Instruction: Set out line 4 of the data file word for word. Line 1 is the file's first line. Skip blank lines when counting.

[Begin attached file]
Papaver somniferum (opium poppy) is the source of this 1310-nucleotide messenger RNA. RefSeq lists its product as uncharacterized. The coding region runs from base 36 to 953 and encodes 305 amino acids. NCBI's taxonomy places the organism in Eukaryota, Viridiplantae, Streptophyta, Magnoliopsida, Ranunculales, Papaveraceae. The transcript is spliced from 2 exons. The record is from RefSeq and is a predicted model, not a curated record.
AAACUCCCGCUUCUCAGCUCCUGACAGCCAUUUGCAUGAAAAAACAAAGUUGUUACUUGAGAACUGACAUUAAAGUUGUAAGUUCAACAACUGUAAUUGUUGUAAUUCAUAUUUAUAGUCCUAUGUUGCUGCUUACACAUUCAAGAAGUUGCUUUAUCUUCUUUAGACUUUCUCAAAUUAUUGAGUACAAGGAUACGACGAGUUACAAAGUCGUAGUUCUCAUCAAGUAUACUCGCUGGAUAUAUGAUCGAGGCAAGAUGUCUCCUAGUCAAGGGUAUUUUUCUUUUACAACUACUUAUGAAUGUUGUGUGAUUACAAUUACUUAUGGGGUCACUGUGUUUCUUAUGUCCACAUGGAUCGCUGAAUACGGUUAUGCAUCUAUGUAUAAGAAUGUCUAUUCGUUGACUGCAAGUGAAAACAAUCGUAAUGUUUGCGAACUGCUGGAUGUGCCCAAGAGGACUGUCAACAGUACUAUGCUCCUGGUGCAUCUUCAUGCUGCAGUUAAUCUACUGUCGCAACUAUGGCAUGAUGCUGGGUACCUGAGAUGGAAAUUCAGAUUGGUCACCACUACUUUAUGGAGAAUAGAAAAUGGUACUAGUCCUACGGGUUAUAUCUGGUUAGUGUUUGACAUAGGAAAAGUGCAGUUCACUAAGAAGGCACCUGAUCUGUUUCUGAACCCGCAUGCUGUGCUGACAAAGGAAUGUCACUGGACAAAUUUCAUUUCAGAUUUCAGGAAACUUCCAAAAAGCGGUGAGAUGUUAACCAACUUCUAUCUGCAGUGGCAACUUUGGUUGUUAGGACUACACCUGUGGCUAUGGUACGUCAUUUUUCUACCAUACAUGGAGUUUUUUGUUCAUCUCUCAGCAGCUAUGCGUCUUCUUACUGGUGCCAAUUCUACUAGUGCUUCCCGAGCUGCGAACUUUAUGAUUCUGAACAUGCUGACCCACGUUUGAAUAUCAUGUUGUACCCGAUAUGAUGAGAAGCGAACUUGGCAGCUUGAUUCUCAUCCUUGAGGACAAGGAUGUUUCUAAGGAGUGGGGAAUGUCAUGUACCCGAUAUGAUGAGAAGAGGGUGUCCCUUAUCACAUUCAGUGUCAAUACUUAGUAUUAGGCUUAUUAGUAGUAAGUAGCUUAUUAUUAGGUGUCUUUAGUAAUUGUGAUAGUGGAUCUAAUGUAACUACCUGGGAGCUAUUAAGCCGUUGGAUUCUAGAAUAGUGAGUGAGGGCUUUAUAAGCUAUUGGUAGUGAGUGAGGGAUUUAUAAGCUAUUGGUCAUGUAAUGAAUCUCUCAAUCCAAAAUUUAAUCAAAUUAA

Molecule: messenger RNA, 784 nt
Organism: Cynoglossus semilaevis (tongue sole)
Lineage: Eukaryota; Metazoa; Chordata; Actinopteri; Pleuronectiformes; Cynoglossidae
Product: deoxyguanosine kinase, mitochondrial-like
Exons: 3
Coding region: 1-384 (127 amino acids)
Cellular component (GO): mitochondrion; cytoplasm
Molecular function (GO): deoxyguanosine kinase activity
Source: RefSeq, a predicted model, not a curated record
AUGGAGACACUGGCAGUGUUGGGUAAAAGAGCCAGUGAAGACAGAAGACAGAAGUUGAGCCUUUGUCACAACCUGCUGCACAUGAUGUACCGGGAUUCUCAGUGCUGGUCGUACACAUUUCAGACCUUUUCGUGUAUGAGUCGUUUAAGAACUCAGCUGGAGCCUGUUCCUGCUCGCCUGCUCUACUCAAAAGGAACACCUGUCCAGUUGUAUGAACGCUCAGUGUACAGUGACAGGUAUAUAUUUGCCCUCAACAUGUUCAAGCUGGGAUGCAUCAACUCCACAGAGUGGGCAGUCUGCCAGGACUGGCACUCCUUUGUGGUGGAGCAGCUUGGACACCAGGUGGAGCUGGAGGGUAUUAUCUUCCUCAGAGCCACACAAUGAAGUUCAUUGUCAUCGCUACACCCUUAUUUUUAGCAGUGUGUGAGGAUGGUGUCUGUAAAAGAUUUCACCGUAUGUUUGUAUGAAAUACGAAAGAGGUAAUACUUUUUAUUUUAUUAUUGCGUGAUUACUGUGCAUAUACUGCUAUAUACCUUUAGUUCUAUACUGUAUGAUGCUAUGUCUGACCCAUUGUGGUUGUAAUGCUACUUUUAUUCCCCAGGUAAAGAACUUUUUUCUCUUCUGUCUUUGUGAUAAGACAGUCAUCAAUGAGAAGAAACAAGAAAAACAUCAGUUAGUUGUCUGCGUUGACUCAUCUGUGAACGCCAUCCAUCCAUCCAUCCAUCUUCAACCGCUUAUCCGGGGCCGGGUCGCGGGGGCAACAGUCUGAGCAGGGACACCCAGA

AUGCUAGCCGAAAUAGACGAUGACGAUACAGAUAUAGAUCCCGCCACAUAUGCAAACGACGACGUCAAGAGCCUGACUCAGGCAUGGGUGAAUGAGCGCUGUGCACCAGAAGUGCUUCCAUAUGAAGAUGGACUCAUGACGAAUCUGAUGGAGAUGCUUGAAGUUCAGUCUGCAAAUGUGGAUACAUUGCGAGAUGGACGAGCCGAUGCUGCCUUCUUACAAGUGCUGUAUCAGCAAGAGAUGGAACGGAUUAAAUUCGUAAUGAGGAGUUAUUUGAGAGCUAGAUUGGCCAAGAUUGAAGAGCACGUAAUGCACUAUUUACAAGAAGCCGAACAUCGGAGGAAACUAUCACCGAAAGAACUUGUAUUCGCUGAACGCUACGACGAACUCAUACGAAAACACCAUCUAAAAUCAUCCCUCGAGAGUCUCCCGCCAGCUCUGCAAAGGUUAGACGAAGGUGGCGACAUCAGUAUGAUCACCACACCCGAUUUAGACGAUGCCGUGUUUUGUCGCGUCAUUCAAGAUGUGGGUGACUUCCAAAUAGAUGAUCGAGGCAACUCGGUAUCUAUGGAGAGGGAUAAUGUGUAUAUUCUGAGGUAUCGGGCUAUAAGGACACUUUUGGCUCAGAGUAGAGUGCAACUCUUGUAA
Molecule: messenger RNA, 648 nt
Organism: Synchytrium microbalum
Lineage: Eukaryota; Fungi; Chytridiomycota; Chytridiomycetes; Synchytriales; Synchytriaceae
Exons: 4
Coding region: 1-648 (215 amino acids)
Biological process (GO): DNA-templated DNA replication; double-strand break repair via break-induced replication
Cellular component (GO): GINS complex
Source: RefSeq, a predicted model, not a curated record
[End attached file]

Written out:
Organism: Cynoglossus semilaevis (tongue sole)